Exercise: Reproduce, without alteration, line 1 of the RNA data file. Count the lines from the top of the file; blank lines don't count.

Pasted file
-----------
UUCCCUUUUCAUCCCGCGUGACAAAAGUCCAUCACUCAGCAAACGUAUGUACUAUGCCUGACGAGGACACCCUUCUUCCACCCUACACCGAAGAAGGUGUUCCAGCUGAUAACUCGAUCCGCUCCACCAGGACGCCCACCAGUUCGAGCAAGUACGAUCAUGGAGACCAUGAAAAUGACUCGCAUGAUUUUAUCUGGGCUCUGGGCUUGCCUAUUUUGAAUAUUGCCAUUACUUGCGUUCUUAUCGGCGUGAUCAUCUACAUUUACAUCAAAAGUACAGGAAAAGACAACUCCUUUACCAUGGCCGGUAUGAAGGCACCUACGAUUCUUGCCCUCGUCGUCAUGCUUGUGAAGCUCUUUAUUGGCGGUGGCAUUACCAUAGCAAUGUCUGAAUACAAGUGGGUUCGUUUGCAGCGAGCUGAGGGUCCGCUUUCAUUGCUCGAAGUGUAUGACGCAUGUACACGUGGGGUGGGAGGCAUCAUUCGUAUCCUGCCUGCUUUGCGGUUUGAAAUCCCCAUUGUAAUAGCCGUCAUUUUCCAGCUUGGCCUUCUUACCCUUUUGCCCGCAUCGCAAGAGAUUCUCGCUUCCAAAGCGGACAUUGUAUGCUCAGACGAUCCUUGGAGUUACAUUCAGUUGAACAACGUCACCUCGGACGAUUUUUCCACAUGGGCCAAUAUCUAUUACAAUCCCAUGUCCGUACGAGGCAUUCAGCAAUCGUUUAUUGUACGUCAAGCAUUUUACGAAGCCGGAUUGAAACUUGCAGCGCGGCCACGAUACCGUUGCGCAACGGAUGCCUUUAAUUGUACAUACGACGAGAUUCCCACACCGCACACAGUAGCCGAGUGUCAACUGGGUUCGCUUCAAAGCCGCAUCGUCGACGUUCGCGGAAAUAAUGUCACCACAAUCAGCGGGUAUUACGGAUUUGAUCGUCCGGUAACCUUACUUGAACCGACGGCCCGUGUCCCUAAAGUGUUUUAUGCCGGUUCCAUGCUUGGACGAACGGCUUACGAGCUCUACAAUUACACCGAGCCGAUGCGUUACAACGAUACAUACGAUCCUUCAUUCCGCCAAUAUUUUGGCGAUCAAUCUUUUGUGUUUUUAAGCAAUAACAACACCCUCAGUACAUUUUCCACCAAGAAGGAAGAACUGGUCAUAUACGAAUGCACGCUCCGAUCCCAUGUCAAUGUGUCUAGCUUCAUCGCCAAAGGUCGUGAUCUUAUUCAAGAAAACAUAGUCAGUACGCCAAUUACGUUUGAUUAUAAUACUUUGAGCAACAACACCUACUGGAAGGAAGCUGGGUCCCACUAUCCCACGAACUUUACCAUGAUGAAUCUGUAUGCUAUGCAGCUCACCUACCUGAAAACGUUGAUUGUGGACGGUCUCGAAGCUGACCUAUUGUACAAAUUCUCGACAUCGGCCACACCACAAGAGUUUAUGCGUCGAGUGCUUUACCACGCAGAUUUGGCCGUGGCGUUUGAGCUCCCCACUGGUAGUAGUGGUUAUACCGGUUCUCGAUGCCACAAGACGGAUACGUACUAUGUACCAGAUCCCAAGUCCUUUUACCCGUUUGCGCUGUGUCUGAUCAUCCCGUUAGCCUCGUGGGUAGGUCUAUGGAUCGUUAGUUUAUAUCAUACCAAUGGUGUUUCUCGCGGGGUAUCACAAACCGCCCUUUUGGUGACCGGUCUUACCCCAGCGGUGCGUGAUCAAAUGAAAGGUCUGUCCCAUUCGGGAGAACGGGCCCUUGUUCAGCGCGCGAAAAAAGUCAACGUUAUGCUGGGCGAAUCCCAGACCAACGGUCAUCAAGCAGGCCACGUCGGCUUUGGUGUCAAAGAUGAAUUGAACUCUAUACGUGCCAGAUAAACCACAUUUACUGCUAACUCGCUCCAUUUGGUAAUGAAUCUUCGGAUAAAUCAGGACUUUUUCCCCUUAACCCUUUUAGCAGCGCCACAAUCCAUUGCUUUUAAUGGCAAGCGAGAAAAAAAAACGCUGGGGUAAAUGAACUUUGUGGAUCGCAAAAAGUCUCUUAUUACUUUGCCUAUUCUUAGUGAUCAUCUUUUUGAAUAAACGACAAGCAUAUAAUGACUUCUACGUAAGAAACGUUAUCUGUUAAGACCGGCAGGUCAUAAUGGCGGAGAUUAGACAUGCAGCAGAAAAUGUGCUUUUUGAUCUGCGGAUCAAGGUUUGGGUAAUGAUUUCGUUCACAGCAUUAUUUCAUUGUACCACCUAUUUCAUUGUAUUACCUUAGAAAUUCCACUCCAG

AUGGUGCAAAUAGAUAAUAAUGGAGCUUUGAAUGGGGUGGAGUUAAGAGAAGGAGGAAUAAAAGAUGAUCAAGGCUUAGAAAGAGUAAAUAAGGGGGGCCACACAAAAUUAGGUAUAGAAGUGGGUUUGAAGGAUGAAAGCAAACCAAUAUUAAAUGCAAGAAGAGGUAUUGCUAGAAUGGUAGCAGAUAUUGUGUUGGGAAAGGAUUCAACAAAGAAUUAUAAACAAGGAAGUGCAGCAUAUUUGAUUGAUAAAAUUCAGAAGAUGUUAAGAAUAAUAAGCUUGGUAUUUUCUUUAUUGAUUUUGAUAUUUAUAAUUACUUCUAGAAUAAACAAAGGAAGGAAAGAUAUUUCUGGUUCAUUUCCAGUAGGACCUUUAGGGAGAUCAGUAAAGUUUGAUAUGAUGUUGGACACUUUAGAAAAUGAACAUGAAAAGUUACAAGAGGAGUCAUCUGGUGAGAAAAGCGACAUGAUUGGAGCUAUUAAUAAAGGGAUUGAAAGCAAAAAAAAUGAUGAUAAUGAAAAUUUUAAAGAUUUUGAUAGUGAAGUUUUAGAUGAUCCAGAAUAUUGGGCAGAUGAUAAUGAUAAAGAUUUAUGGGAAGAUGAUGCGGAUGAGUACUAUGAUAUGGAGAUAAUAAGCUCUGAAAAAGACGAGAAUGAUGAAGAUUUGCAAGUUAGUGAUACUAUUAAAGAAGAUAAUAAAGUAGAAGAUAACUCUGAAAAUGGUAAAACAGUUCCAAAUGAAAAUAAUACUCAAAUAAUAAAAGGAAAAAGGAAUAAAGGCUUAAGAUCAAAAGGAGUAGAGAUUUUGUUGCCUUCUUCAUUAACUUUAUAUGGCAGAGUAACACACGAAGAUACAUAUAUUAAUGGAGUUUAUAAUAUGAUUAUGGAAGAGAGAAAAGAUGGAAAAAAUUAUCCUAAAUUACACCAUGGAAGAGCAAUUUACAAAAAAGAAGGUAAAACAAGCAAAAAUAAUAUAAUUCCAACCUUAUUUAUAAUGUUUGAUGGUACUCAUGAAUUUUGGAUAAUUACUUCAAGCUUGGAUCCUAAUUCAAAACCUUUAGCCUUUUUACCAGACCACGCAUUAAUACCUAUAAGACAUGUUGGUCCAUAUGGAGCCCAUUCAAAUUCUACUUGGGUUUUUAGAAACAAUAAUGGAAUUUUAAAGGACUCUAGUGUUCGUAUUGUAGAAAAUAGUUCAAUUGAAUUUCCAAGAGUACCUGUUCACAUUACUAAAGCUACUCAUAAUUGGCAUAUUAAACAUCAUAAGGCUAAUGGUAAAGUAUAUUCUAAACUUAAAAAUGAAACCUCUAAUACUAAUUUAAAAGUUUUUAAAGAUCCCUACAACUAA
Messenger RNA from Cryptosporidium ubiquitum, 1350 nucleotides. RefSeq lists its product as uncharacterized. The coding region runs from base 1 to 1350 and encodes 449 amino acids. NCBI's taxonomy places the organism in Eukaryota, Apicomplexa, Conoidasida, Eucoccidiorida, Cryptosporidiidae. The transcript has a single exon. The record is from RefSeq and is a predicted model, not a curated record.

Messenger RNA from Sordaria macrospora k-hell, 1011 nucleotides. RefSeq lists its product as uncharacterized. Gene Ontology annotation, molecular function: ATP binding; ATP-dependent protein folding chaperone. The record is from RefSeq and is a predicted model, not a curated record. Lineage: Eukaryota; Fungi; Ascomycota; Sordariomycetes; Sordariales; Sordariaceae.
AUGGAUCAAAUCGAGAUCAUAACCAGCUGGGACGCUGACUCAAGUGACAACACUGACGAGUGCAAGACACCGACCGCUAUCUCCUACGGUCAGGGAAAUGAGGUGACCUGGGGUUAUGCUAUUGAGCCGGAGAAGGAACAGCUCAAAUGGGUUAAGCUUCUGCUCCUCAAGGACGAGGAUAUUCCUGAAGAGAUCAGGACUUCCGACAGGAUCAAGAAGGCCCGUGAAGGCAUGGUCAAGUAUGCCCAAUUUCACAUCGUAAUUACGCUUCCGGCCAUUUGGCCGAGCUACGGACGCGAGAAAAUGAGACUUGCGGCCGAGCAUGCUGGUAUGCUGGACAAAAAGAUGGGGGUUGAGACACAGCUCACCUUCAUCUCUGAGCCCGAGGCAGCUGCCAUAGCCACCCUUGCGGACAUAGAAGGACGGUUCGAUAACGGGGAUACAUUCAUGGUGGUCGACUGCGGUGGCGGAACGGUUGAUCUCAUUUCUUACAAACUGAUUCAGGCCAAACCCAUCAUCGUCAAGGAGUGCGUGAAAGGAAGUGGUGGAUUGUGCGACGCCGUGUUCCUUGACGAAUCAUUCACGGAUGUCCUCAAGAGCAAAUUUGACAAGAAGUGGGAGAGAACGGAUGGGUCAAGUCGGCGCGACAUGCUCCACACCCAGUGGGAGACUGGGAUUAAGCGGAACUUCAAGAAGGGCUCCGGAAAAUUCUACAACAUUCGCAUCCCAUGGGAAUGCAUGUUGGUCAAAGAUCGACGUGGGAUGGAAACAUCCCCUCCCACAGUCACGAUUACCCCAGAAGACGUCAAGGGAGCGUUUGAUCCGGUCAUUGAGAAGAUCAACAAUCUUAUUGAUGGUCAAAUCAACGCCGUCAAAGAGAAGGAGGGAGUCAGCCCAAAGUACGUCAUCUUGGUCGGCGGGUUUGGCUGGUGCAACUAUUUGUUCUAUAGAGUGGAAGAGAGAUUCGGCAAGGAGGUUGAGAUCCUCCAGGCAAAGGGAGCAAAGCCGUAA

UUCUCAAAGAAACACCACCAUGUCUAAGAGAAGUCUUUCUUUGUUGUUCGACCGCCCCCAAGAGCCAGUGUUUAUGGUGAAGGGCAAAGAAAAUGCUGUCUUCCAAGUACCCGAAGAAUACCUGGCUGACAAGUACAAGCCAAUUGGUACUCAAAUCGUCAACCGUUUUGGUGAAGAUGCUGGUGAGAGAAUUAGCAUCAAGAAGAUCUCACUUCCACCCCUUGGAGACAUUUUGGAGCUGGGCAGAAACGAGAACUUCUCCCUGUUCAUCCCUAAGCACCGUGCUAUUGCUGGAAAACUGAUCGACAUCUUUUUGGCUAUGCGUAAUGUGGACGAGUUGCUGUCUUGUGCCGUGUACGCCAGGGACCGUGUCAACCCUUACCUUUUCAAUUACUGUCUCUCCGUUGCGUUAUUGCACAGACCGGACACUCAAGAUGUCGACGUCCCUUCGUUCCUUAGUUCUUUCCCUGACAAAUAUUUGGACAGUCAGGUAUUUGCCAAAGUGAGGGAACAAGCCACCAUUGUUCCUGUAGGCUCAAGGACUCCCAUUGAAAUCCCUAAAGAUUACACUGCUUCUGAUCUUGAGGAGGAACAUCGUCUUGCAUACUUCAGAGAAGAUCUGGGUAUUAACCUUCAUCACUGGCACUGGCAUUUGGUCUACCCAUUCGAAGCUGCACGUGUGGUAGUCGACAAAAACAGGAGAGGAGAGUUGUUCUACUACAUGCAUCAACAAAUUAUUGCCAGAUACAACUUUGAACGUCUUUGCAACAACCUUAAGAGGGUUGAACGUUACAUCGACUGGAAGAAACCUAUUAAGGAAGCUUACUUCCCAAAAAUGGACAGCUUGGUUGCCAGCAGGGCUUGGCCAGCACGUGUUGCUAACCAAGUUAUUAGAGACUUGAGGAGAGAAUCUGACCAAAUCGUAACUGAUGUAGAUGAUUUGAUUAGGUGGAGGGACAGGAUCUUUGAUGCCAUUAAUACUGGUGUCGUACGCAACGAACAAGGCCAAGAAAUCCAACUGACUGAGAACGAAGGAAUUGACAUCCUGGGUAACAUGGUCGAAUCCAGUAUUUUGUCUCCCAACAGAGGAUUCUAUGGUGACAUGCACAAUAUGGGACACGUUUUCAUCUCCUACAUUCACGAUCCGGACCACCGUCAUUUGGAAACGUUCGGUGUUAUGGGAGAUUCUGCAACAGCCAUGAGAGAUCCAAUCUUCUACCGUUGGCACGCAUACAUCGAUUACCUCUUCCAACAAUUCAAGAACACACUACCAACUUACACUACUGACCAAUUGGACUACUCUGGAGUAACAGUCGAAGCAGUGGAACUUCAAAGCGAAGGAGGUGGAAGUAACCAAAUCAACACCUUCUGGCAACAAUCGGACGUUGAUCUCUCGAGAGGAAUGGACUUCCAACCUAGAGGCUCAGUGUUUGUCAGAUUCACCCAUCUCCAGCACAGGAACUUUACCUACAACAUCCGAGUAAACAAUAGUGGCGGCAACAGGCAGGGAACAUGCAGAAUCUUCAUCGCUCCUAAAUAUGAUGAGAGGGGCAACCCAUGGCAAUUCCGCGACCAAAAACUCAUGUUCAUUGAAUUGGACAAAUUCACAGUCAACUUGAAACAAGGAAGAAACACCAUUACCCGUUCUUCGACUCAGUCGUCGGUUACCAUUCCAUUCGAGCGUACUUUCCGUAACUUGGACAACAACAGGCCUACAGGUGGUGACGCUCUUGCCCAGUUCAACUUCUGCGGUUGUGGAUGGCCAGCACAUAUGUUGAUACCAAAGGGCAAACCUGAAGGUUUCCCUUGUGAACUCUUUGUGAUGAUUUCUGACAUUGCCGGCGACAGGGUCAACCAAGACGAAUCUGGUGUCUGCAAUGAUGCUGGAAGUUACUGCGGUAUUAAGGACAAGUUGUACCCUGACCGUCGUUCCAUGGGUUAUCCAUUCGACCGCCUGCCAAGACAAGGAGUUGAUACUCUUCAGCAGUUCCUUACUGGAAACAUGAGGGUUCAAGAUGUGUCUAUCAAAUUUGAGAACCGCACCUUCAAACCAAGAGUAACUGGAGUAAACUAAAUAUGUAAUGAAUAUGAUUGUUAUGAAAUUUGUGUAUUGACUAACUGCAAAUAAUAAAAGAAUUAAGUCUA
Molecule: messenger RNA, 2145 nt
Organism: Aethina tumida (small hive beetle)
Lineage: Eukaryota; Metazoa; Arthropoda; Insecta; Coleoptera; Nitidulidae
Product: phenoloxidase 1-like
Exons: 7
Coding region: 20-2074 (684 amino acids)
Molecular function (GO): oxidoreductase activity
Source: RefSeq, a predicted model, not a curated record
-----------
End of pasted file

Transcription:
UUCCCUUUUCAUCCCGCGUGACAAAAGUCCAUCACUCAGCAAACGUAUGUACUAUGCCUGACGAGGACACCCUUCUUCCACCCUACACCGAAGAAGGUGUUCCAGCUGAUAACUCGAUCCGCUCCACCAGGACGCCCACCAGUUCGAGCAAGUACGAUCAUGGAGACCAUGAAAAUGACUCGCAUGAUUUUAUCUGGGCUCUGGGCUUGCCUAUUUUGAAUAUUGCCAUUACUUGCGUUCUUAUCGGCGUGAUCAUCUACAUUUACAUCAAAAGUACAGGAAAAGACAACUCCUUUACCAUGGCCGGUAUGAAGGCACCUACGAUUCUUGCCCUCGUCGUCAUGCUUGUGAAGCUCUUUAUUGGCGGUGGCAUUACCAUAGCAAUGUCUGAAUACAAGUGGGUUCGUUUGCAGCGAGCUGAGGGUCCGCUUUCAUUGCUCGAAGUGUAUGACGCAUGUACACGUGGGGUGGGAGGCAUCAUUCGUAUCCUGCCUGCUUUGCGGUUUGAAAUCCCCAUUGUAAUAGCCGUCAUUUUCCAGCUUGGCCUUCUUACCCUUUUGCCCGCAUCGCAAGAGAUUCUCGCUUCCAAAGCGGACAUUGUAUGCUCAGACGAUCCUUGGAGUUACAUUCAGUUGAACAACGUCACCUCGGACGAUUUUUCCACAUGGGCCAAUAUCUAUUACAAUCCCAUGUCCGUACGAGGCAUUCAGCAAUCGUUUAUUGUACGUCAAGCAUUUUACGAAGCCGGAUUGAAACUUGCAGCGCGGCCACGAUACCGUUGCGCAACGGAUGCCUUUAAUUGUACAUACGACGAGAUUCCCACACCGCACACAGUAGCCGAGUGUCAACUGGGUUCGCUUCAAAGCCGCAUCGUCGACGUUCGCGGAAAUAAUGUCACCACAAUCAGCGGGUAUUACGGAUUUGAUCGUCCGGUAACCUUACUUGAACCGACGGCCCGUGUCCCUAAAGUGUUUUAUGCCGGUUCCAUGCUUGGACGAACGGCUUACGAGCUCUACAAUUACACCGAGCCGAUGCGUUACAACGAUACAUACGAUCCUUCAUUCCGCCAAUAUUUUGGCGAUCAAUCUUUUGUGUUUUUAAGCAAUAACAACACCCUCAGUACAUUUUCCACCAAGAAGGAAGAACUGGUCAUAUACGAAUGCACGCUCCGAUCCCAUGUCAAUGUGUCUAGCUUCAUCGCCAAAGGUCGUGAUCUUAUUCAAGAAAACAUAGUCAGUACGCCAAUUACGUUUGAUUAUAAUACUUUGAGCAACAACACCUACUGGAAGGAAGCUGGGUCCCACUAUCCCACGAACUUUACCAUGAUGAAUCUGUAUGCUAUGCAGCUCACCUACCUGAAAACGUUGAUUGUGGACGGUCUCGAAGCUGACCUAUUGUACAAAUUCUCGACAUCGGCCACACCACAAGAGUUUAUGCGUCGAGUGCUUUACCACGCAGAUUUGGCCGUGGCGUUUGAGCUCCCCACUGGUAGUAGUGGUUAUACCGGUUCUCGAUGCCACAAGACGGAUACGUACUAUGUACCAGAUCCCAAGUCCUUUUACCCGUUUGCGCUGUGUCUGAUCAUCCCGUUAGCCUCGUGGGUAGGUCUAUGGAUCGUUAGUUUAUAUCAUACCAAUGGUGUUUCUCGCGGGGUAUCACAAACCGCCCUUUUGGUGACCGGUCUUACCCCAGCGGUGCGUGAUCAAAUGAAAGGUCUGUCCCAUUCGGGAGAACGGGCCCUUGUUCAGCGCGCGAAAAAAGUCAACGUUAUGCUGGGCGAAUCCCAGACCAACGGUCAUCAAGCAGGCCACGUCGGCUUUGGUGUCAAAGAUGAAUUGAACUCUAUACGUGCCAGAUAAACCACAUUUACUGCUAACUCGCUCCAUUUGGUAAUGAAUCUUCGGAUAAAUCAGGACUUUUUCCCCUUAACCCUUUUAGCAGCGCCACAAUCCAUUGCUUUUAAUGGCAAGCGAGAAAAAAAAACGCUGGGGUAAAUGAACUUUGUGGAUCGCAAAAAGUCUCUUAUUACUUUGCCUAUUCUUAGUGAUCAUCUUUUUGAAUAAACGACAAGCAUAUAAUGACUUCUACGUAAGAAACGUUAUCUGUUAAGACCGGCAGGUCAUAAUGGCGGAGAUUAGACAUGCAGCAGAAAAUGUGCUUUUUGAUCUGCGGAUCAAGGUUUGGGUAAUGAUUUCGUUCACAGCAUUAUUUCAUUGUACCACCUAUUUCAUUGUAUUACCUUAGAAAUUCCACUCCAG